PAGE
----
Academic Writing

Monday, June 13, 2011


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The question of a filmmaker's responsibility to his or her viewer is an oft asked, yet difficultly answered, one.  It is a question that was top of mind for me as I watched Bill Maher's Religulous. In this documentary he claims to be going on a search to understand why people follow religions that are based in so much inconsistency and seeming lies. He posits at the beginning of the film that while the bible claims the end of days will one day be upon us, ultimately it will happen because of man's actions and behaviors.  He also claims through the opening montage of the film that he will be exploring the three major religions.  To a certain extent he a accomplishes this. However he spends about three quarters of the film refuting the words of Christians, while the last quarter is mainly devoted to debunking Muslim doctrine and only 2 short interviews with Jews.  

Maher is known for his comedy and political commentary, and it is clear that documentary filmmaking is not his forte.  The narrative is often disjointed, not having a clear connection from one point or interview to the next.  He jumps around, often not letting the issue to be fleshed out before he moves on or simply mocks the person he's interviewing. 

Maher's biggest weakness as documentarian is with his interview skills. He asks his subject a question and then doesn't even let them fully answer the question before he interjects to simply tell them that they're silly or naive for believing what they do.  Further, the editing is rather weak as he overly relies on the tactic of leaving the camera on the subject as they squirm uncomfortably, seemingly stumped or merely unsure as to how to answer the question.  It also makes it hard to know whether the interviewees are really ignorant on a topic they claim to be experts in or is it simply a function of Maher's editing.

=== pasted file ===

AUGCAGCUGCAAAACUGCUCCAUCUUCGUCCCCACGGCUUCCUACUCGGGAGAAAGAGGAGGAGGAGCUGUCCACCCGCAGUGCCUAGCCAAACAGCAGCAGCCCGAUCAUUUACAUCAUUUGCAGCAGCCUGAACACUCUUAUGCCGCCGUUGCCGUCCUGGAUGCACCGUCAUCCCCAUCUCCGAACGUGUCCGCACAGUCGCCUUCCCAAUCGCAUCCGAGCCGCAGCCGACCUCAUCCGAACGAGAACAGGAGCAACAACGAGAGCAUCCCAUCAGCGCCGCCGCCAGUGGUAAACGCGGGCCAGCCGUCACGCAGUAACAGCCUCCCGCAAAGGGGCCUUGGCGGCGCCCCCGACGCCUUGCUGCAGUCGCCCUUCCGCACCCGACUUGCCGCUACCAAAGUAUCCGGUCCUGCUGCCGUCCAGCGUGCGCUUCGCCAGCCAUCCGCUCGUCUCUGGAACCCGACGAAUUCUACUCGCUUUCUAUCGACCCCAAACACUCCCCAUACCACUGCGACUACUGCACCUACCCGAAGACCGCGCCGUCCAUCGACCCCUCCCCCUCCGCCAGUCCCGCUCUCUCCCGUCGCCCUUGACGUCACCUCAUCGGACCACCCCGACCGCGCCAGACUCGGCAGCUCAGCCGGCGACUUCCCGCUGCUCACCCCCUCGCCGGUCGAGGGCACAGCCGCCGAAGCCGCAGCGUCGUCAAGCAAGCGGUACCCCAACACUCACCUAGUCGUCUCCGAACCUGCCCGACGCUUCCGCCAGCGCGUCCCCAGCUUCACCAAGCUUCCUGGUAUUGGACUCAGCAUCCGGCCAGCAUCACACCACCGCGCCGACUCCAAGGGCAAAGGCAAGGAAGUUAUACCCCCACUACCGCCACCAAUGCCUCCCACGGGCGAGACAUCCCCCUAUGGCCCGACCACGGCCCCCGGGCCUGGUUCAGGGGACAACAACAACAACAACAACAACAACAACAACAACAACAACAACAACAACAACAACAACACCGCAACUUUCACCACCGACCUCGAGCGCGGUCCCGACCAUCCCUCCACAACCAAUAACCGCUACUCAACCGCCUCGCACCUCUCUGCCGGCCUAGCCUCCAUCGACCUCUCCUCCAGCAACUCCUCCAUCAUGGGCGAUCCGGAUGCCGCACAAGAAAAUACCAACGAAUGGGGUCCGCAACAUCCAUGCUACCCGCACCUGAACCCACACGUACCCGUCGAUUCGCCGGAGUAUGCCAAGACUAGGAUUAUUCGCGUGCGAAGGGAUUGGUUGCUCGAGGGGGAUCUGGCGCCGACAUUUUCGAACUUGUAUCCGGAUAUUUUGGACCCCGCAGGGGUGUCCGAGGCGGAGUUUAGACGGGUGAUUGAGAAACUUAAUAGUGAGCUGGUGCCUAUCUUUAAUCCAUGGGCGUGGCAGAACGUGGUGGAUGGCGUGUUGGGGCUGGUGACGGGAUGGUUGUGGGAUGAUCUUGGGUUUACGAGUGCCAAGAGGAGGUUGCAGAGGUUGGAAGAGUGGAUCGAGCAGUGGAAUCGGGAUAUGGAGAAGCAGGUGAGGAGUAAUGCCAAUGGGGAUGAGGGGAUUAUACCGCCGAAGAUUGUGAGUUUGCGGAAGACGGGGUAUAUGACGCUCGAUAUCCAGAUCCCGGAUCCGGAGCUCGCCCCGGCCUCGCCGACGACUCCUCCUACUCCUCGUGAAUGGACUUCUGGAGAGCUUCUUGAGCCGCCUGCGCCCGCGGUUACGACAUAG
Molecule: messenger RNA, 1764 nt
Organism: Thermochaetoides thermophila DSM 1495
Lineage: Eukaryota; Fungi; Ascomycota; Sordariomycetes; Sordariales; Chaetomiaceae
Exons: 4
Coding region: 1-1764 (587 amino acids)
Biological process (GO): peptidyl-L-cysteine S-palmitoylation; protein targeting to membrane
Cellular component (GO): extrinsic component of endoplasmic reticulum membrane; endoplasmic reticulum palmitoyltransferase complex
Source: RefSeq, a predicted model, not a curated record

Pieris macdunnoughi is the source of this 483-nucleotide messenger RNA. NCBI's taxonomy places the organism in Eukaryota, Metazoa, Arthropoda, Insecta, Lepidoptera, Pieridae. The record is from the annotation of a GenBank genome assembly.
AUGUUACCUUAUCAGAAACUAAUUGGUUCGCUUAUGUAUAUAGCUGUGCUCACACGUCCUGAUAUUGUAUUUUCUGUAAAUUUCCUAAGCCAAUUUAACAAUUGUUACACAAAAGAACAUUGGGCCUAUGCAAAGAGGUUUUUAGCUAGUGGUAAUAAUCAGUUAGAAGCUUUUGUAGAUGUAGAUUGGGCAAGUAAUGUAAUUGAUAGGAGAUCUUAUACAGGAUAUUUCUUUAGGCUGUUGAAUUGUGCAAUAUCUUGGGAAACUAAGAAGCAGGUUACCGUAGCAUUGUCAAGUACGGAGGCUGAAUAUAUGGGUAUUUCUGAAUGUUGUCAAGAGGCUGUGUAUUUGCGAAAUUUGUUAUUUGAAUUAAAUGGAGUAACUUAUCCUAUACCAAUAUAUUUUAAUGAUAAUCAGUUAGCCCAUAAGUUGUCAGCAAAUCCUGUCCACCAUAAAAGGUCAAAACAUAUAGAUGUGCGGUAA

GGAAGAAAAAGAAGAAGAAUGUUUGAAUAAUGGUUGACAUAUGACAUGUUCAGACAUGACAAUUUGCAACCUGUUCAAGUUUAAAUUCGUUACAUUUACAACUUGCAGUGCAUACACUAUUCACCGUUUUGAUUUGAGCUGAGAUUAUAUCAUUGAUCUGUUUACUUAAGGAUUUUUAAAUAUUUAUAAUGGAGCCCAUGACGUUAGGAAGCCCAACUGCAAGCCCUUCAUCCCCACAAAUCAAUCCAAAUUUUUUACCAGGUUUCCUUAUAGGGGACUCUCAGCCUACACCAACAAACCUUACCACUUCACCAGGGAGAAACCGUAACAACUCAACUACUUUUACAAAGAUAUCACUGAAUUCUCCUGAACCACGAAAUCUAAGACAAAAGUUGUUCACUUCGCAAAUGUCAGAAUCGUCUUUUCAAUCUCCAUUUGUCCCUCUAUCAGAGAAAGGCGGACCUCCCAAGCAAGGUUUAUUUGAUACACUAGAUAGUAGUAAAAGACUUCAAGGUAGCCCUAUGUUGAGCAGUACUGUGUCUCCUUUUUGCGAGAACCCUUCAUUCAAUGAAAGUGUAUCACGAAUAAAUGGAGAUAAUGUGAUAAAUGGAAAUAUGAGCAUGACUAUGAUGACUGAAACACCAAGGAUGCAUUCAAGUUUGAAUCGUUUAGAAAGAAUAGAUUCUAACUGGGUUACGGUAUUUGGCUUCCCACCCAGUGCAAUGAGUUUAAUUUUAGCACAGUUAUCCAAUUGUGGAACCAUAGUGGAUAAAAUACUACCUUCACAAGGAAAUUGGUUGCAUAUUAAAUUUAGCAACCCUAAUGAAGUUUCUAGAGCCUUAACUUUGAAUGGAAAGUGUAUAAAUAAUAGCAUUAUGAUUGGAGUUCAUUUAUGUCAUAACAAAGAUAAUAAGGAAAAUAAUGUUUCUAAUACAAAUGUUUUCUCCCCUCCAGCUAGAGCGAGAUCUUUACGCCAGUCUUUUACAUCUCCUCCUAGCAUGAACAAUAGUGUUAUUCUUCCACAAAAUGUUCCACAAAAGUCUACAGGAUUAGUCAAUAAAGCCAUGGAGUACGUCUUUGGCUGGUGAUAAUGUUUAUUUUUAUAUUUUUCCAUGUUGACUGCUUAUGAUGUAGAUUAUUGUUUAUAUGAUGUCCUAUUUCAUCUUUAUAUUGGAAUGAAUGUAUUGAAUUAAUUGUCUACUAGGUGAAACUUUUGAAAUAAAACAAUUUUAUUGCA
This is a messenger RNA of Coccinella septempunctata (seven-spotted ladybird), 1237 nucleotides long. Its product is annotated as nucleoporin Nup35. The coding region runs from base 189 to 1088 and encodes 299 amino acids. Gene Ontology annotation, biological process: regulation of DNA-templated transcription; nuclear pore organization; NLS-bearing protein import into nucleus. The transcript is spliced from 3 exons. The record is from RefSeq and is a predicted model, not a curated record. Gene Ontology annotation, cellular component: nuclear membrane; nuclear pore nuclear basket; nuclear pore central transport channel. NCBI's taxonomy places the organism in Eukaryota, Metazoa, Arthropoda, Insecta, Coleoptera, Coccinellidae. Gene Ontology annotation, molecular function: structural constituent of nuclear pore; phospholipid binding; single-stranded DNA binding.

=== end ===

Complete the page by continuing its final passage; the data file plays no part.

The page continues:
Moreover, Maher claims that he is setting out on a mission to understand religion. He claims over and over that he simply does not understand. However, as the interviews are conducted he does not seem intent on understanding as much as he just wants to prove the other guy to be an imbecile.  

Maher interviews a wide variety of individuals, and it's a wonder how he even found many of them. Yet, I personally came to question his honesty in subject choices when it came to the two Jewish interviews. Admittedly, this is the religion I am most familiar with and what I was mostly curious about how he would handle. The first Jewish interview was with a rabbi from a small (and much maligned by mainstream Judaism) group called the Neturei Karta. Members from this group are often found protesting any Israel rallies or Zionist endeavors. They believe that the Jews should not have not be in the land of Israel and they often align themselves with the Palestinians to reinforce their message.  Having one member of a fringe subset of ultra-orthodox Judaism stand in for all observant Jews is neither fair nor appropriate in a quest for a supposed understanding of a religion to which he fully admits to not being educated in. 

 The other Jewish interview he conducts is with an engineer who creates items which gets around certain legal prohibitions of the sabbath so certain items can be used. And yes, while some of the loopholes are a bit extreme, he neglects to mention the minutiae of why it is permitted and under what circumstances. For instance the ridiculous looking phone he highlights is not simply to allow observant Jews to call one another to shoot the breeze on the sabbath, but rather in emergencies where the phone might otherwise not be permitted. Seeing the dishonesty in his storytelling in these instances highlighted for me the possibility and probability of him having done the same for the other religions. 

The documentary filmmaker is not a journalist and is not legally or even officially bound to a set of ethical standards. However, they have generally taken it upon themselves to abide by honest rules of storytelling to ensure the trust of their viewers and subjects. It's in this arena Maher should take a lesson. His film making and storytelling would benefit greatly if he did so with an ounce of humility and honesty.  He asserts himself as the voice of reason and. Often does make interesting points that should be asked and discussed by and "believer."  Yet if he were truly interested in understanding his subject matter he would much benefit by allowing he interviewees speak their piece.